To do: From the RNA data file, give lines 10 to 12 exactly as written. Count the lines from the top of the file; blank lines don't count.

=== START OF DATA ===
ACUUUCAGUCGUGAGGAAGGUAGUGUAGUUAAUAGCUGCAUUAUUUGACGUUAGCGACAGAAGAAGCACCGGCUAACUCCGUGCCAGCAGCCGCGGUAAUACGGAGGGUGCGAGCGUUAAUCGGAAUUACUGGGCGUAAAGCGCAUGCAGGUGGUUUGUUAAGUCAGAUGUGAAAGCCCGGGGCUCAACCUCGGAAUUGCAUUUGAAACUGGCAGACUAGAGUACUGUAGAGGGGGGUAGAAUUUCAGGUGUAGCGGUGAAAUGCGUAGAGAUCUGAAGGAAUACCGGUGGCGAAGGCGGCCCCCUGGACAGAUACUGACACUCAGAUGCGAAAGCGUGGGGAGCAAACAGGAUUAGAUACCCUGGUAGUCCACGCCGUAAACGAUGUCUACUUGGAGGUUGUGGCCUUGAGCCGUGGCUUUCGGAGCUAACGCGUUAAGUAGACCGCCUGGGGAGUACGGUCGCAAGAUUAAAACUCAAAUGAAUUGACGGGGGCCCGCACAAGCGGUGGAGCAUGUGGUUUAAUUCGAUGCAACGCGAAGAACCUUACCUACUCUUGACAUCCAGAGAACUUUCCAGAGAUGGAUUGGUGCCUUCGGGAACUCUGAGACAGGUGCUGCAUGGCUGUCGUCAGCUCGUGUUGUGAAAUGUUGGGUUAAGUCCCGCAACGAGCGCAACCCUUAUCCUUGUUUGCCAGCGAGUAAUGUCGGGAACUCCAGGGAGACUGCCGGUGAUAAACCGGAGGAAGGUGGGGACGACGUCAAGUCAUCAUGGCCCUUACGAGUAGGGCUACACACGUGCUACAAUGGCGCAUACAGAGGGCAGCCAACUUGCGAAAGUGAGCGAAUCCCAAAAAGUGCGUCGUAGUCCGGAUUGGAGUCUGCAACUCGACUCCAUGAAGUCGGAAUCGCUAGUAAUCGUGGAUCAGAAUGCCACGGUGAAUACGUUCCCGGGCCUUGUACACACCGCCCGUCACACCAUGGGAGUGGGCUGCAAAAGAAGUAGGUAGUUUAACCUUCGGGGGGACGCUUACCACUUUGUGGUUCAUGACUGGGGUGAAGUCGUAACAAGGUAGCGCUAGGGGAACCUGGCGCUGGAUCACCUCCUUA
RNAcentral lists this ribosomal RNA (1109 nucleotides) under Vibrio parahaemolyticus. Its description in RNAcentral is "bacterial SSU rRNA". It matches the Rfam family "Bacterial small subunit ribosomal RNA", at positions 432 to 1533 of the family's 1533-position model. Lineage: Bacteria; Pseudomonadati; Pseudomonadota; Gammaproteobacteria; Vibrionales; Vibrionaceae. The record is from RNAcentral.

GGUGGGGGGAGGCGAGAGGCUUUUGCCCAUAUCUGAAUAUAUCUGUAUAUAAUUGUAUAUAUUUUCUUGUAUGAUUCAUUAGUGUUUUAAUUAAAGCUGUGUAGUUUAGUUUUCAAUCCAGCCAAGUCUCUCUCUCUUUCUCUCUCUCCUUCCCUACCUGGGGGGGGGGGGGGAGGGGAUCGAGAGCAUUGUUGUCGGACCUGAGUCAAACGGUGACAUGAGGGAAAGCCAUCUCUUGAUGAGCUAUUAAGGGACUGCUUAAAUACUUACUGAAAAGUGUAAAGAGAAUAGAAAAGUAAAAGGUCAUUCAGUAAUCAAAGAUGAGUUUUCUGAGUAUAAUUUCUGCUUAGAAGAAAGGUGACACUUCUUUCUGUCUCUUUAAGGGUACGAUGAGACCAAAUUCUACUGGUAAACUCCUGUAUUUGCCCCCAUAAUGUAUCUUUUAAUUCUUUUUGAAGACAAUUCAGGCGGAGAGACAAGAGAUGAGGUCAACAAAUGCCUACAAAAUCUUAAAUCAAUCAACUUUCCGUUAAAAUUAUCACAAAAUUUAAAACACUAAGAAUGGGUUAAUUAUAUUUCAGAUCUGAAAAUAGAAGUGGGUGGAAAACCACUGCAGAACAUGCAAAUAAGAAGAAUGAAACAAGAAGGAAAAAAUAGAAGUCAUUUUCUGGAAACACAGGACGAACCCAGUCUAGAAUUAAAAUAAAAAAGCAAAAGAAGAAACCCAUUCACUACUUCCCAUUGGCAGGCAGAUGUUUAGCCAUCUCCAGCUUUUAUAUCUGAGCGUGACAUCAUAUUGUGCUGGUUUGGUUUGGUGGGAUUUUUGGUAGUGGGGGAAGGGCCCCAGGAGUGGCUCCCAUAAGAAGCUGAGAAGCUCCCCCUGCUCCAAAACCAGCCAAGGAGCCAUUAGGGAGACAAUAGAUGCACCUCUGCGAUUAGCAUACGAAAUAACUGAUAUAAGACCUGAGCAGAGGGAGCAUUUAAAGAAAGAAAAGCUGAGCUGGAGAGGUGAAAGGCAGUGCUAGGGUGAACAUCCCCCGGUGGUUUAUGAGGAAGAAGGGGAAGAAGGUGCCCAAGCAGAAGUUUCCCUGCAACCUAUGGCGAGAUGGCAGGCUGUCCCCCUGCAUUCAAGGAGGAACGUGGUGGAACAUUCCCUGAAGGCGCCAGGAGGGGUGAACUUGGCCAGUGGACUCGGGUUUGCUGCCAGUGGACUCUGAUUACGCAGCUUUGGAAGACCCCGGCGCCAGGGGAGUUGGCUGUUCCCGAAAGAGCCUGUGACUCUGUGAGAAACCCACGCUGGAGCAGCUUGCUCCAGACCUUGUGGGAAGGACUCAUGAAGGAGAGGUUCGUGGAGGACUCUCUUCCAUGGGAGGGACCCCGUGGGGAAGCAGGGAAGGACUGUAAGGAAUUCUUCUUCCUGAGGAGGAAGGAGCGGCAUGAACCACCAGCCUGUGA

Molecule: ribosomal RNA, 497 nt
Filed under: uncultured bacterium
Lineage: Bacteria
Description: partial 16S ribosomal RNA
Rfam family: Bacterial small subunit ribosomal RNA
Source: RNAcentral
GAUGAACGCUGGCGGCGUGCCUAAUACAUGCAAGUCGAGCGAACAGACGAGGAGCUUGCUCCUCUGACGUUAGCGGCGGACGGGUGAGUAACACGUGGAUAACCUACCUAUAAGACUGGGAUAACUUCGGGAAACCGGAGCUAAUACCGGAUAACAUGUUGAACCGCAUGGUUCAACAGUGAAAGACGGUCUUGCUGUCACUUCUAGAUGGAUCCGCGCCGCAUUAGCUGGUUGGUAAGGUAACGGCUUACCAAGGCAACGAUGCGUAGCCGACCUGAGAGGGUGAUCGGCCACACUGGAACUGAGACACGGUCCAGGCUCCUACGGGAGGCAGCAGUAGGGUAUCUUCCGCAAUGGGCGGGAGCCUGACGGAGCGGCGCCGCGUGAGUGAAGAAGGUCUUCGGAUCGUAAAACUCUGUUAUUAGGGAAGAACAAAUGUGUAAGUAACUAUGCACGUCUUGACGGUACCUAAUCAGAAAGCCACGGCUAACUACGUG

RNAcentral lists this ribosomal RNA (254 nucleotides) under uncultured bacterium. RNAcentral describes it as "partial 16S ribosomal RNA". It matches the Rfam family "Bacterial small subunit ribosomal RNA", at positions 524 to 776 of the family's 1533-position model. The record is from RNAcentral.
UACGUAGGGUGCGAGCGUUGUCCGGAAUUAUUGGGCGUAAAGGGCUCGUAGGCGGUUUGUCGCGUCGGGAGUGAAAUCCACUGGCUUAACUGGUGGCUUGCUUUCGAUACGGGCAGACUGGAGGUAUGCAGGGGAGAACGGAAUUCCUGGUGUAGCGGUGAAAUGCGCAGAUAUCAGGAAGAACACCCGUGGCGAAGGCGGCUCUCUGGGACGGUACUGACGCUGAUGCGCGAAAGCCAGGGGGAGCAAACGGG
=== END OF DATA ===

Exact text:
GAUGAACGCUGGCGGCGUGCCUAAUACAUGCAAGUCGAGCGAACAGACGAGGAGCUUGCUCCUCUGACGUUAGCGGCGGACGGGUGAGUAACACGUGGAUAACCUACCUAUAAGACUGGGAUAACUUCGGGAAACCGGAGCUAAUACCGGAUAACAUGUUGAACCGCAUGGUUCAACAGUGAAAGACGGUCUUGCUGUCACUUCUAGAUGGAUCCGCGCCGCAUUAGCUGGUUGGUAAGGUAACGGCUUACCAAGGCAACGAUGCGUAGCCGACCUGAGAGGGUGAUCGGCCACACUGGAACUGAGACACGGUCCAGGCUCCUACGGGAGGCAGCAGUAGGGUAUCUUCCGCAAUGGGCGGGAGCCUGACGGAGCGGCGCCGCGUGAGUGAAGAAGGUCUUCGGAUCGUAAAACUCUGUUAUUAGGGAAGAACAAAUGUGUAAGUAACUAUGCACGUCUUGACGGUACCUAAUCAGAAAGCCACGGCUAACUACGUG

RNAcentral lists this ribosomal RNA (254 nucleotides) under uncultured bacterium. RNAcentral describes it as "partial 16S ribosomal RNA". It matches the Rfam family "Bacterial small subunit ribosomal RNA", at positions 524 to 776 of the family's 1533-position model. The record is from RNAcentral.
UACGUAGGGUGCGAGCGUUGUCCGGAAUUAUUGGGCGUAAAGGGCUCGUAGGCGGUUUGUCGCGUCGGGAGUGAAAUCCACUGGCUUAACUGGUGGCUUGCUUUCGAUACGGGCAGACUGGAGGUAUGCAGGGGAGAACGGAAUUCCUGGUGUAGCGGUGAAAUGCGCAGAUAUCAGGAAGAACACCCGUGGCGAAGGCGGCUCUCUGGGACGGUACUGACGCUGAUGCGCGAAAGCCAGGGGGAGCAAACGGG